Gardening During a Drought

Lately I’ve been wondering if gardening is a frivolous activity.

Lower perennial garden

I’ve written previously about our garden and how we’ve made our denuded property not only look better with gardens, but it also has a lot more wildlife than we used to have, like snakes, butterflies, hummingbirds, etc. The garden looks even different than it did in that 2018 post I linked to above, as we’ve added a few more gardens up near the front of the house. We now have about 1000 ft2 of perennial garden and 350 ft2 of vegetable garden. Everything is watered by soaker hoses that we run for a set amount of time before turning them off to let the well recharge, then moving onto the next hose.

This spring we realized we had far less water in our well than we used to. It was a wakeup call to how we use water on our property.

We have low flow toilets and shower heads, and we have a high efficiency dishwasher and washing machine that we only run when we have a full load. We put the kiddie pool out for the dogs when it’s hot, then use it to water plants around the yard once they’re done with it.

But while you can limit your water use inside the house, our outdoor water use is not as flexible. Unless we want to see our gardens die, we have to water them to some extent. We have planted a lot of drought-tolerant plants, but they still need a year or two to establish themselves before they can do with less water, and last fall we did a complete reorganization of the garden so everything is settling into its new location this summer and needs water.  The vegetable garden, of course, needs water to keep producing vegetables.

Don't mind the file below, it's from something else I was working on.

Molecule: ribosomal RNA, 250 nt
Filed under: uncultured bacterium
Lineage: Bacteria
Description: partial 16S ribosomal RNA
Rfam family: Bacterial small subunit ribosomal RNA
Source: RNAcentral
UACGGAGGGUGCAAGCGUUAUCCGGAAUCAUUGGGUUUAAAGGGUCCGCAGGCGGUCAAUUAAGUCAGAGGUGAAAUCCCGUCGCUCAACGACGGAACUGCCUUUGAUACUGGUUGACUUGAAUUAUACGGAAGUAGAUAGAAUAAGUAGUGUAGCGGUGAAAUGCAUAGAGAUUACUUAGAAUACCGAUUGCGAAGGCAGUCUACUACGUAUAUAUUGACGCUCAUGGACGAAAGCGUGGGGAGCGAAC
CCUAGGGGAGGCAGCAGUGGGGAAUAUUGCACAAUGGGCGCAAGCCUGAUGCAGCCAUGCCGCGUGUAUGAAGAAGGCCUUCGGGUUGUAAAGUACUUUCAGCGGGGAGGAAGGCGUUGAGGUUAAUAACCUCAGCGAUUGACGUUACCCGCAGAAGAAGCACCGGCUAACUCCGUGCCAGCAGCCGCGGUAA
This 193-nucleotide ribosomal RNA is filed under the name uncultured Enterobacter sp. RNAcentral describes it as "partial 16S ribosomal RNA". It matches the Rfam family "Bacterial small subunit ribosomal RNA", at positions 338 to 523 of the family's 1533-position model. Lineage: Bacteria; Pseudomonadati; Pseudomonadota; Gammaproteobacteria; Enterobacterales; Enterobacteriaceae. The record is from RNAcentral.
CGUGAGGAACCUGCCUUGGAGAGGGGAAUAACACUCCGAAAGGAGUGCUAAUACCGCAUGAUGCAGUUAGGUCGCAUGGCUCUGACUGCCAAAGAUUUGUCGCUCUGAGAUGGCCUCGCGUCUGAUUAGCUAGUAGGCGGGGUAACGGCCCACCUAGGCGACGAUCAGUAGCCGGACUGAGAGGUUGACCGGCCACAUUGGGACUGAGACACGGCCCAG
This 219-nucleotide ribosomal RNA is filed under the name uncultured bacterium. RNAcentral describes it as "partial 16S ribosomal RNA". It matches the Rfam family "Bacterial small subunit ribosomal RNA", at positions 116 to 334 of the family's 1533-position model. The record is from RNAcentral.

This year has been particularly hard on the gardens because we’ve had a lot of warm winds, which means evapotranspiration has been going through the roof and a lot of plant leaves are getting a bit shrivelled. It’s not as though they don’t have enough water at their roots – it’s that too much water is being evaporated through their leaves, and there’s not much we can do about that. And now that August has come it’s hit us with temps in the low 30⁰C range, which also makes it hard to keep the garden going.

We’ve had summer droughts in each year we’ve lived here, and this year we had a winter drought followed by a summer drought. Is it silly to have gardens that need to be maintained in these conditions? Do the benefits of gardening (therapeutic, habitat, beauty, ecosystem-building) outweigh the costs (mostly water use). Especially if we have a well that’s not performing like it used to?

Sometimes I feel like we’re caught between a rock and a hard place. I think there are myriad benefits to gardening. But all of that pales in comparison to the basic need for water.

We aren’t planning on adding any more gardens – we’ve now reached “peak garden.” But I wonder about our ability to keep our existing gardens going if the climate continues the way it has, and the well water level continues to drop…

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5 thoughts on “Gardening During a Drought”

  1. It’s hard gardening in limited limited rain fall areas. We have 3 summer months, June – September and 2 winter months December to February that are mostly rain free. This is our natural, normal rain free cycle, mini-droughts.
    I water slow and deep. Conserve moisture using deep mulching with mulch that compost/decomposes to enrich my soil and replenish this mulch as need during dry months.
    Happy Gardening

  2. You might check out the possibilities for gray water reuse, Sarah. You can gain a lot of good water from drainage created from your shower, dishwasher and laundry. There are different methods of neutralizing or ridding yourself of the unwanted soap. In some places you can contract with someone to “hook you up” while in others it’s more of a do-it-yourself. You would probably want to check on local ordinances — but as climate changes, reuse is going to become an ever greater tool we all use. Best to you!

    • This is a great idea, Margo. We reuse some water (usually kitchen water used for washing veggies or canning). We could also collect water in the shower while we wait for the water to get hot. But I hadn’t thought of other grey water systems – thanks for the tip!


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